New writers often write for free to build a name for themselves, but while it’s nice to have a long list of publications behind you to impress agents and publishers, how does this affect the people trying to make a living from their writing? I spoke to Dan Witters about this in the 4th of our 5 part series.
Dan, how do you think this affects current writers, as editors may become reluctant to pay if new writers are writing for free?
That’s true up to a point. There’s nothing on the published material to show that a writer has provided this work for free, so you can certainly build a profile with it. I just think that you should set yourself a limit and not do more than a few. Otherwise it will become a habit that editors will take advantage of. There is a definite advantage for new writers to do this but not excessively. Editors do tend to believe that there’s an endless stream of new writers out there who will write a large part of their content for free, rather than just the occasional article. These editors can just select what they need from this constant stream of work and use this as a replacement for their paid writers.
There’s obviously a conflict of interest between the writer who hopes to get paid for an article and one who does it for nothing, so that they can raise their profile. These interests are diametrically opposed.
Some markets, such as martial arts magazines, have become non-paying. Is this something you’ve noticed?
No I haven’t but there’s definitely a risk of this happening. You’ve given the example of martial arts magazines and presumably there was a time when that was paid work. But here, there was such an influx from enthusiastic amateurs that this has now moved into an area where it’s very difficult to get paid at all. As you mentioned, this has a knock-on effect later when writers who have been working for free find that they’ve shot themselves in the foot. Why would an editor pay you when previously you had been working for free?
So, what can you do? Writing here in the UK isn’t a unionised profession, whereas in the US you see writers striking from time to time to put pressure on television studios. There’s some headway made occasionally, but even there you often see writers breaking rank and conducting work when no one’s aware of it. It’s very hard to see how unpublished new writers can take action; whereas published writers with a track record of working for television, can take some joint action. There’s very little contact between new writers, and there’s a vast group of them out there trying to get work. It’s almost impossible to see any concerted action that can be taken by writers against editors who take advantage of free writing.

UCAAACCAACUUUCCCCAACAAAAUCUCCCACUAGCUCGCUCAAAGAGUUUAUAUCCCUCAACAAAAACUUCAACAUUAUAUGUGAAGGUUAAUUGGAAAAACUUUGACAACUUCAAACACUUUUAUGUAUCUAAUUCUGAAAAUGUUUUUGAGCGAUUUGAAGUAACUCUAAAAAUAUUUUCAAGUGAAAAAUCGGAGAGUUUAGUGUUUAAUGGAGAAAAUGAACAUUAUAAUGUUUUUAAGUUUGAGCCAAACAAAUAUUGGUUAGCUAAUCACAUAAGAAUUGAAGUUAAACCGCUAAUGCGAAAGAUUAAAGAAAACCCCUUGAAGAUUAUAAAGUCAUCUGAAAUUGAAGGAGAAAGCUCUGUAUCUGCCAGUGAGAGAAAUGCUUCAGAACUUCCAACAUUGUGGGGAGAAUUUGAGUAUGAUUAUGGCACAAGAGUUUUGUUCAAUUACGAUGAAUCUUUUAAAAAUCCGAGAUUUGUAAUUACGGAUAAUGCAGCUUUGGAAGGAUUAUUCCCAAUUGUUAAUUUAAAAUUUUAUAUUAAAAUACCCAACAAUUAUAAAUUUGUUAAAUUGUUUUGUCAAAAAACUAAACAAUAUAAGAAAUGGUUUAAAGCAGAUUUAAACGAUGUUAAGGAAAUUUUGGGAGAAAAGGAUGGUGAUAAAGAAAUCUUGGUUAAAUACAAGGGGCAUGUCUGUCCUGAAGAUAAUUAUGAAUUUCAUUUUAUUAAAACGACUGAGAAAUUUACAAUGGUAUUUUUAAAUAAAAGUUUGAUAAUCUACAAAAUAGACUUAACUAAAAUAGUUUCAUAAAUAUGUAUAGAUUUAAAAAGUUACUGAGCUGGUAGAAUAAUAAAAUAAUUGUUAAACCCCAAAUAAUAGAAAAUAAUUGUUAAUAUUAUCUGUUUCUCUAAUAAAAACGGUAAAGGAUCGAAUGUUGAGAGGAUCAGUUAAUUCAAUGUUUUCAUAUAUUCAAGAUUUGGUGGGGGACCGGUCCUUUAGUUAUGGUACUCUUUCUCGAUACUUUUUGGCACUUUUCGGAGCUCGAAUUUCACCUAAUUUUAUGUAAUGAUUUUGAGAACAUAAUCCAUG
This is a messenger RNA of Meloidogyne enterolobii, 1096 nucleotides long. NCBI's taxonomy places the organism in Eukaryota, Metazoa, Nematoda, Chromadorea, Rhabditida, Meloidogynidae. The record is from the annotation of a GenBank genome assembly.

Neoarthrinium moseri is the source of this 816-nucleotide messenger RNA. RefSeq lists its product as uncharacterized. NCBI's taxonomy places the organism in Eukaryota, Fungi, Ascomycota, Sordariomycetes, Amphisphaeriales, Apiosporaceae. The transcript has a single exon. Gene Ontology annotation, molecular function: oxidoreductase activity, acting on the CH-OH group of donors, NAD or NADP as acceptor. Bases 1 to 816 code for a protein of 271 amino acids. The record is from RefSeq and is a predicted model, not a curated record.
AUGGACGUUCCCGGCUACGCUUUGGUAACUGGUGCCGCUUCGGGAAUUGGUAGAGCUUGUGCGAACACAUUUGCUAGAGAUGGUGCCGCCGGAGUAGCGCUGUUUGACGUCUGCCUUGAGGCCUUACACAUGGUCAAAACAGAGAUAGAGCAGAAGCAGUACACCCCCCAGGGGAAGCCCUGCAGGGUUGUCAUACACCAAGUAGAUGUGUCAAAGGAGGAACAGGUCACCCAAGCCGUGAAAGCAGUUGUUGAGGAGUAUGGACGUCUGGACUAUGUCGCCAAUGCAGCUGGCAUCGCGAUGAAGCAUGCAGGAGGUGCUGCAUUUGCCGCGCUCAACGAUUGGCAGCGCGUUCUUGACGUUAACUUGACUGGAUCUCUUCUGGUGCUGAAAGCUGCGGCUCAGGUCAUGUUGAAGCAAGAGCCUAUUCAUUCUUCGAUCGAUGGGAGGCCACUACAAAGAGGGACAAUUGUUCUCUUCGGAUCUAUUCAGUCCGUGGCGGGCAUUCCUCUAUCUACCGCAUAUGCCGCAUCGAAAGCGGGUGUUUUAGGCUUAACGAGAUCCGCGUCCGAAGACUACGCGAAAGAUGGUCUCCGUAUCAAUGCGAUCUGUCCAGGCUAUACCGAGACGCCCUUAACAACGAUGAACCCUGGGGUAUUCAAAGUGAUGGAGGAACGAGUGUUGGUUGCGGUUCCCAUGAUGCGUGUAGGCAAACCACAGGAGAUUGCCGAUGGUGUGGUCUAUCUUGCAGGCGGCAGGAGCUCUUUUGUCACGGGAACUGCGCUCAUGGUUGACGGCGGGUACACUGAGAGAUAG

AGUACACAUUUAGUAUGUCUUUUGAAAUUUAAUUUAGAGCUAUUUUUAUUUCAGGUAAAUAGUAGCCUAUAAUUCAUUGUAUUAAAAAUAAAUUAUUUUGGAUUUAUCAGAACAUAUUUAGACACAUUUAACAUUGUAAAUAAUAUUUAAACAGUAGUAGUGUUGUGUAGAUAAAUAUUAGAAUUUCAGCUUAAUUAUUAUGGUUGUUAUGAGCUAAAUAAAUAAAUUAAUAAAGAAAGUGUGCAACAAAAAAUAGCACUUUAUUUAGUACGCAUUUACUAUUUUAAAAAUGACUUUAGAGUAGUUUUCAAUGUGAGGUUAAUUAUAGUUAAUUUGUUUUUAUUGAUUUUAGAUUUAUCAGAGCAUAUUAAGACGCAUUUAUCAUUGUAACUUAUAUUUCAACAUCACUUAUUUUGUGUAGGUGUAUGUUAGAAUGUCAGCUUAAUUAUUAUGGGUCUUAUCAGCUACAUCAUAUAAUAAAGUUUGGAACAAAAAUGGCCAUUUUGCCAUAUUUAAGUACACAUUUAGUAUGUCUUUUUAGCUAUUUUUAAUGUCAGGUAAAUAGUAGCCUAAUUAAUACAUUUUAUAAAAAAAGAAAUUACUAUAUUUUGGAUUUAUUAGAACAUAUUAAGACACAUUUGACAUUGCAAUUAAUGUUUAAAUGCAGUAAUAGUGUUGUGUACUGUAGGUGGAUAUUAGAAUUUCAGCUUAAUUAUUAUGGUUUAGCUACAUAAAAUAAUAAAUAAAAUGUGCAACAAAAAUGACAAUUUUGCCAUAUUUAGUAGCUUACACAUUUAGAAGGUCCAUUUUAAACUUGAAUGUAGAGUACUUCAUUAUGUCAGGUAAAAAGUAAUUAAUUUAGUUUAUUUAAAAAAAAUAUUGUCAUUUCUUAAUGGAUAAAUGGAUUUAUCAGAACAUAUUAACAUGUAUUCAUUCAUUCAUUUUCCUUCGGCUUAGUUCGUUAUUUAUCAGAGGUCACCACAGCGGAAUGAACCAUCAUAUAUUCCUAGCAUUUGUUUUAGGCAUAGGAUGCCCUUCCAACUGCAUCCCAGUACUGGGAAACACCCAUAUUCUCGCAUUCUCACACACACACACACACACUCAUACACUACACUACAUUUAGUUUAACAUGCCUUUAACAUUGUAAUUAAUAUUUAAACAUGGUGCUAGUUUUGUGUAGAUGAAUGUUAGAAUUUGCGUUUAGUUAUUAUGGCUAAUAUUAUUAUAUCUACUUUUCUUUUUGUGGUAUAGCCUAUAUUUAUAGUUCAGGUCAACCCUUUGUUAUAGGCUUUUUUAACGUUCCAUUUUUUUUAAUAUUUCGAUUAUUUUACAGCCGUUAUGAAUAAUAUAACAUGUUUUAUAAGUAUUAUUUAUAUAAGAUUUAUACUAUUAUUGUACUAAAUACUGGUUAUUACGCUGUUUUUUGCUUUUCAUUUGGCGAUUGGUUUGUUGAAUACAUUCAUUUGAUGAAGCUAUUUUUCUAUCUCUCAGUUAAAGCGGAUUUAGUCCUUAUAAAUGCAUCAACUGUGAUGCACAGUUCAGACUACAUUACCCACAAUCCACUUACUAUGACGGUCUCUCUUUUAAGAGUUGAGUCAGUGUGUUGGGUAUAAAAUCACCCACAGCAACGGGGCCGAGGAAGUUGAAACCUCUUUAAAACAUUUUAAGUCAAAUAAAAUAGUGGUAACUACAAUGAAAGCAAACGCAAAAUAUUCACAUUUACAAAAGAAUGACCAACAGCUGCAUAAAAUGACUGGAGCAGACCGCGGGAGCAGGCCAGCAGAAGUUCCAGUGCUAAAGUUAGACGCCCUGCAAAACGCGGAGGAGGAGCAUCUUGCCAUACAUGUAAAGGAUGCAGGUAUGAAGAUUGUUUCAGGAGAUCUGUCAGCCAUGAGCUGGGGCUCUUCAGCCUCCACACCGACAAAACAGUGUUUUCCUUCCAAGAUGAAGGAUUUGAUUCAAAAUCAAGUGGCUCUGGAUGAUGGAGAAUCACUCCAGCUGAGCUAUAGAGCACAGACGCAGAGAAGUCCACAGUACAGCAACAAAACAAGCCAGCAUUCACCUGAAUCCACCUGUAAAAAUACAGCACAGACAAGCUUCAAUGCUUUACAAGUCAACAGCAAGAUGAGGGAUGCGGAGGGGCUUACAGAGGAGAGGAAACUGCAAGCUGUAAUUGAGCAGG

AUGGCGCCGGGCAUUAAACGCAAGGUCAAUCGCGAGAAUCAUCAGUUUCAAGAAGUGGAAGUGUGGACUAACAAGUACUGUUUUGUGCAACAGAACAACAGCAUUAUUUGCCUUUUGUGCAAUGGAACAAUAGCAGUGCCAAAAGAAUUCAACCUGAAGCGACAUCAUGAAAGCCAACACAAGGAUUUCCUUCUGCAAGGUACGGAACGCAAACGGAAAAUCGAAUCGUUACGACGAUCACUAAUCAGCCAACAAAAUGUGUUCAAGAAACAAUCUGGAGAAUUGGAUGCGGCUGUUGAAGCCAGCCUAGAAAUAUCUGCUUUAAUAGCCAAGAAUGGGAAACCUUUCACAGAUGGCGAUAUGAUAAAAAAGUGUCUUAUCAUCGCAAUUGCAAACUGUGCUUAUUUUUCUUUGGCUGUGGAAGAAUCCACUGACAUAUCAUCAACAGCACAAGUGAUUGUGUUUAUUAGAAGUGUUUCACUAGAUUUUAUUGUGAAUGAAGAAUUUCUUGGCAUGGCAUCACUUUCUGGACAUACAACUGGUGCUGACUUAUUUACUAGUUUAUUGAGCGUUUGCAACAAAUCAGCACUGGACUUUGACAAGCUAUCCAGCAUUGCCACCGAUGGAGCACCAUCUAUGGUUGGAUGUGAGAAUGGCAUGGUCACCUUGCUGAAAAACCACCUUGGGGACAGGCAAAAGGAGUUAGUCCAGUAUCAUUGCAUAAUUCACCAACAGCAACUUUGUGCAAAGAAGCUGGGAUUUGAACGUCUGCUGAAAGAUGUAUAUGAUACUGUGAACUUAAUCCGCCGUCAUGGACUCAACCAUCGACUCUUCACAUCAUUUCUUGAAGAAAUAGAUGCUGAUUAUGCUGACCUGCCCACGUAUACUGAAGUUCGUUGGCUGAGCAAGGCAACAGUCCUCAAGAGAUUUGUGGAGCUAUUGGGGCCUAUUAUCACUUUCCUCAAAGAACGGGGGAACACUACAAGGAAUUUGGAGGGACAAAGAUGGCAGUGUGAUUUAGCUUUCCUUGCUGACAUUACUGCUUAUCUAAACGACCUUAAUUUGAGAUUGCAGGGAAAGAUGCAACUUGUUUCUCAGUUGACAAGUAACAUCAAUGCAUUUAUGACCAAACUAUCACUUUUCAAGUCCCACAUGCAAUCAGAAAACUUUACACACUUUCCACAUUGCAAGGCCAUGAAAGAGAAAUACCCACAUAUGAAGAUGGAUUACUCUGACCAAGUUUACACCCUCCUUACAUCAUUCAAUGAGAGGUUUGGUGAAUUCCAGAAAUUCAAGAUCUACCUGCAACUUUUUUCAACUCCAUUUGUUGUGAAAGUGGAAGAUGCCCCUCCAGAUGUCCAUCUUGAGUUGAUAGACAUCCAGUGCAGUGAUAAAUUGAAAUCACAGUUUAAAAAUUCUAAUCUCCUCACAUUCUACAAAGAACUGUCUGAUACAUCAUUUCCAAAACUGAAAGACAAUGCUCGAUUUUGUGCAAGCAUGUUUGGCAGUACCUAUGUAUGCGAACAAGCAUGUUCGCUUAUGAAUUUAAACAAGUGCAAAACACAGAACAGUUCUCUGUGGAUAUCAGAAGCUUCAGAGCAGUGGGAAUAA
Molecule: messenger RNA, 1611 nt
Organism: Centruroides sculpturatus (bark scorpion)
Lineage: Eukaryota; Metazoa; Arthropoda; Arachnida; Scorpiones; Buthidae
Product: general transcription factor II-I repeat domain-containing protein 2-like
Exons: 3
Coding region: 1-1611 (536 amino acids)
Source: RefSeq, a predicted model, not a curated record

I also think that the situation can vary depending on what type of writing you’re involved in. For instance, say you’re writing a short story. You can supply this for free, on the basis that there’s a footnote at the end of the story saying that it’s taken from a collection and then telling the reader where to find the rest of it. Consequently, if you’re writing for a magazine, then you have the chance to do some genuinely targeted advertising. Saying, not simply this is my name, but also that this is part of a short story collection, and if you like this one then go to my website. Likewise a writer of travel or lifestyle articles can have a note at the end of their work saying that he is a UK based travel writer and this is where my website is. This way, writers take a direct benefit of having the free work published. If you are going to provide work for nothing you have to ask yourself how you can get a tangible benefit from doing so.
Look at the chap who goes around saying that he’s just had an article published and he’s now building a CV. This guy needs to think about how he can focus his work. What you are trying to do is deal with two types of people, the first of which is the buying public. In this case you need to show the audience how to locate the other work that you’ve done. The second type are editors of other magazines who might like your work and want to know how to contact you, with the intention of getting work from you themselves. I can’t see a magazine having any strong legitimate objection to having a writer’s contact details included at the end of an article or story. I think if you’re going to give free work to a magazine it’s reasonable to insist that, as you’re not being paid, you’d like this information included.